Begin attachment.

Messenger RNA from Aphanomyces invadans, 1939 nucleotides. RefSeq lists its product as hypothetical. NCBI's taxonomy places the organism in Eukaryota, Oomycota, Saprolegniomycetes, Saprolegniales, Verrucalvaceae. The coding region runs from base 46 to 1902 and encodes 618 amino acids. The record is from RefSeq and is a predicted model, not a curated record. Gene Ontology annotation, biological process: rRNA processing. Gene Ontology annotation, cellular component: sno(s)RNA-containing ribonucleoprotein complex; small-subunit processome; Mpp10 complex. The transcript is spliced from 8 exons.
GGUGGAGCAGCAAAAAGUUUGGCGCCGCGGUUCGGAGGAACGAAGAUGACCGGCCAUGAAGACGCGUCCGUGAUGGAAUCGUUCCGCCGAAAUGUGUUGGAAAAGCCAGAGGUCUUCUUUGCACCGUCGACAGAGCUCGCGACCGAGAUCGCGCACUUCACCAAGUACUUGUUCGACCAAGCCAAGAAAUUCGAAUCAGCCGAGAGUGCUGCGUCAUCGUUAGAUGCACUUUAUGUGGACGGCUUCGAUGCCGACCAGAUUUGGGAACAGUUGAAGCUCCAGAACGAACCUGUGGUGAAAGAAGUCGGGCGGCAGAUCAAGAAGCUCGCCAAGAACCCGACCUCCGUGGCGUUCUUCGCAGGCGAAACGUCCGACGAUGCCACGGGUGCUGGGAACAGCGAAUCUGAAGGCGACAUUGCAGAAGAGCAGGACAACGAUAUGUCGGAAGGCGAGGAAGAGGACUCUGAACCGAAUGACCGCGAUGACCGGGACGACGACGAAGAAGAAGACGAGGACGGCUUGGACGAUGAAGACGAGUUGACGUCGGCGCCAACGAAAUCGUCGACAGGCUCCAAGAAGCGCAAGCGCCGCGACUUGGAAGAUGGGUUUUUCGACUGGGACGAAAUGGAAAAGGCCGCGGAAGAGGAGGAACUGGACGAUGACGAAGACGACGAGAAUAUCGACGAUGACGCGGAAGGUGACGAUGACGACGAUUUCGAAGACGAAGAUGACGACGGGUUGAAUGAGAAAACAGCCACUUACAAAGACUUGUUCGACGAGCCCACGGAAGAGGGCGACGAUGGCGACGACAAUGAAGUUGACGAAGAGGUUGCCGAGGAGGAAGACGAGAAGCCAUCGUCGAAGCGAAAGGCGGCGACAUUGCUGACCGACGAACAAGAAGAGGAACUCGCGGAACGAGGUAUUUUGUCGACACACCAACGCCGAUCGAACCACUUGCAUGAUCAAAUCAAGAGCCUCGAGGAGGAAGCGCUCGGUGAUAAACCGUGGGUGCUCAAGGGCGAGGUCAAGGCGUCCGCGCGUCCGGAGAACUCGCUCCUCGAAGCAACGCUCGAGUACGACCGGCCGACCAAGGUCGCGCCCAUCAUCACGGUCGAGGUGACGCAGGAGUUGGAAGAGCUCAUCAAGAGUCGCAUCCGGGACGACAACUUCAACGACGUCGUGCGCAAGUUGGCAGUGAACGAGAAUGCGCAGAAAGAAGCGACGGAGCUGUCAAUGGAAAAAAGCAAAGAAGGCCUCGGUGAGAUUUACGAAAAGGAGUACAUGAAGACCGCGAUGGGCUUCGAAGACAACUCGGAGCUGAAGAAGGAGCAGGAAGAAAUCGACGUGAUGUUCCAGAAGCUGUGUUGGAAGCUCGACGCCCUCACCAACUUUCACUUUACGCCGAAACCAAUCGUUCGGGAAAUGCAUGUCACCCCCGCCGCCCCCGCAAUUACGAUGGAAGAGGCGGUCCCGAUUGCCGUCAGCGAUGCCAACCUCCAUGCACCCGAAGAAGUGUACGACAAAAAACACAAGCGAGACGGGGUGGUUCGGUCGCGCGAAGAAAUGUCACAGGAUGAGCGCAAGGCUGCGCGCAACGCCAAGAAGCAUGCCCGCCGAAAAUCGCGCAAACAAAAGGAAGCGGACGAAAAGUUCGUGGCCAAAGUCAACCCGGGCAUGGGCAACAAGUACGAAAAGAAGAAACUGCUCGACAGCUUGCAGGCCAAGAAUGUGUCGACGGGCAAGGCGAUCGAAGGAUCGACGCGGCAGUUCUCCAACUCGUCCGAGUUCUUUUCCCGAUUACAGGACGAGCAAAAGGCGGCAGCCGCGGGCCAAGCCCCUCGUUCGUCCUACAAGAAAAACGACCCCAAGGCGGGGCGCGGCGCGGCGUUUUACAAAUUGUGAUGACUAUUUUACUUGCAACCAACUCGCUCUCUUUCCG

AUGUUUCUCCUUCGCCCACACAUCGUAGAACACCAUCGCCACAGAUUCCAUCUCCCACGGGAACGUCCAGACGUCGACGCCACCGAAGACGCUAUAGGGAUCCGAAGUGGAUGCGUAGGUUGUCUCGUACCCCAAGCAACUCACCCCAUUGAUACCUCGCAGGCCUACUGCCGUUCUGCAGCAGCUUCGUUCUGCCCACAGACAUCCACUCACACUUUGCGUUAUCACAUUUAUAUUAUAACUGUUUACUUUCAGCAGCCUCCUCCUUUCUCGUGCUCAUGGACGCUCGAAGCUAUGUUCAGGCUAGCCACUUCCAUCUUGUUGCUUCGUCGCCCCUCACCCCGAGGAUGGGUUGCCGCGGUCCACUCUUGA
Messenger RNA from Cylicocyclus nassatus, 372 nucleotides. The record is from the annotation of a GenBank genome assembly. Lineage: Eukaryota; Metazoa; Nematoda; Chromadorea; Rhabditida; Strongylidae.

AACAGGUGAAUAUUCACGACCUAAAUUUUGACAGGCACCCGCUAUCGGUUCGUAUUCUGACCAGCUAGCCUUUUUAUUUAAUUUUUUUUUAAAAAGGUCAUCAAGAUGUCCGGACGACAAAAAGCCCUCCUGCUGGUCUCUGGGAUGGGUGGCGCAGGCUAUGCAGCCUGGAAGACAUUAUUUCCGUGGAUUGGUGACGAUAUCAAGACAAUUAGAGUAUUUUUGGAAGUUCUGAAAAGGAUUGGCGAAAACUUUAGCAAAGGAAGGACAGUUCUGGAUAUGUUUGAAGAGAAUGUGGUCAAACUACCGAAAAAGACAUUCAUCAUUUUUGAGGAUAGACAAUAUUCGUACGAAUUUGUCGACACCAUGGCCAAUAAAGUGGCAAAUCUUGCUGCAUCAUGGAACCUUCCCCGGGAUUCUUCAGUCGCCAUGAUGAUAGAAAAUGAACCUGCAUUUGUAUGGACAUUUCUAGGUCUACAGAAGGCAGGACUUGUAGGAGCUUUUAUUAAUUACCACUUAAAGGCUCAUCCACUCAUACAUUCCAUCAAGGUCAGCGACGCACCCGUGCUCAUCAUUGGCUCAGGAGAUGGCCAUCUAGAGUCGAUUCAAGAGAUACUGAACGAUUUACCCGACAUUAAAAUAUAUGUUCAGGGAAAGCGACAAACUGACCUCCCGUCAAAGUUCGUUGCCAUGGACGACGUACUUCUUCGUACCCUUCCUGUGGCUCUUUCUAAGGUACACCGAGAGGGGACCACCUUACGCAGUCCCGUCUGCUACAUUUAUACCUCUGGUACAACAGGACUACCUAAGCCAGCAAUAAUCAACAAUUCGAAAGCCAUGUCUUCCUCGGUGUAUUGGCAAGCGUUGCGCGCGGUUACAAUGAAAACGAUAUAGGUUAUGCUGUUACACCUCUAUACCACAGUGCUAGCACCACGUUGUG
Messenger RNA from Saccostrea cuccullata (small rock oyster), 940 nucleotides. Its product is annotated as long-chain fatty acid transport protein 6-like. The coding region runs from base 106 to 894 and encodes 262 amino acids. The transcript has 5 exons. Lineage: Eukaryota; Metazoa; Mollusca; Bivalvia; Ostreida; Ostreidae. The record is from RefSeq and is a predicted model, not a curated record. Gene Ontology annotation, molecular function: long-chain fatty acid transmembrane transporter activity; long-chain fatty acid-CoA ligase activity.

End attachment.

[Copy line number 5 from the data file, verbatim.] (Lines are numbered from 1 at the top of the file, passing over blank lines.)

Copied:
AACAGGUGAAUAUUCACGACCUAAAUUUUGACAGGCACCCGCUAUCGGUUCGUAUUCUGACCAGCUAGCCUUUUUAUUUAAUUUUUUUUUAAAAAGGUCAUCAAGAUGUCCGGACGACAAAAAGCCCUCCUGCUGGUCUCUGGGAUGGGUGGCGCAGGCUAUGCAGCCUGGAAGACAUUAUUUCCGUGGAUUGGUGACGAUAUCAAGACAAUUAGAGUAUUUUUGGAAGUUCUGAAAAGGAUUGGCGAAAACUUUAGCAAAGGAAGGACAGUUCUGGAUAUGUUUGAAGAGAAUGUGGUCAAACUACCGAAAAAGACAUUCAUCAUUUUUGAGGAUAGACAAUAUUCGUACGAAUUUGUCGACACCAUGGCCAAUAAAGUGGCAAAUCUUGCUGCAUCAUGGAACCUUCCCCGGGAUUCUUCAGUCGCCAUGAUGAUAGAAAAUGAACCUGCAUUUGUAUGGACAUUUCUAGGUCUACAGAAGGCAGGACUUGUAGGAGCUUUUAUUAAUUACCACUUAAAGGCUCAUCCACUCAUACAUUCCAUCAAGGUCAGCGACGCACCCGUGCUCAUCAUUGGCUCAGGAGAUGGCCAUCUAGAGUCGAUUCAAGAGAUACUGAACGAUUUACCCGACAUUAAAAUAUAUGUUCAGGGAAAGCGACAAACUGACCUCCCGUCAAAGUUCGUUGCCAUGGACGACGUACUUCUUCGUACCCUUCCUGUGGCUCUUUCUAAGGUACACCGAGAGGGGACCACCUUACGCAGUCCCGUCUGCUACAUUUAUACCUCUGGUACAACAGGACUACCUAAGCCAGCAAUAAUCAACAAUUCGAAAGCCAUGUCUUCCUCGGUGUAUUGGCAAGCGUUGCGCGCGGUUACAAUGAAAACGAUAUAGGUUAUGCUGUUACACCUCUAUACCACAGUGCUAGCACCACGUUGUG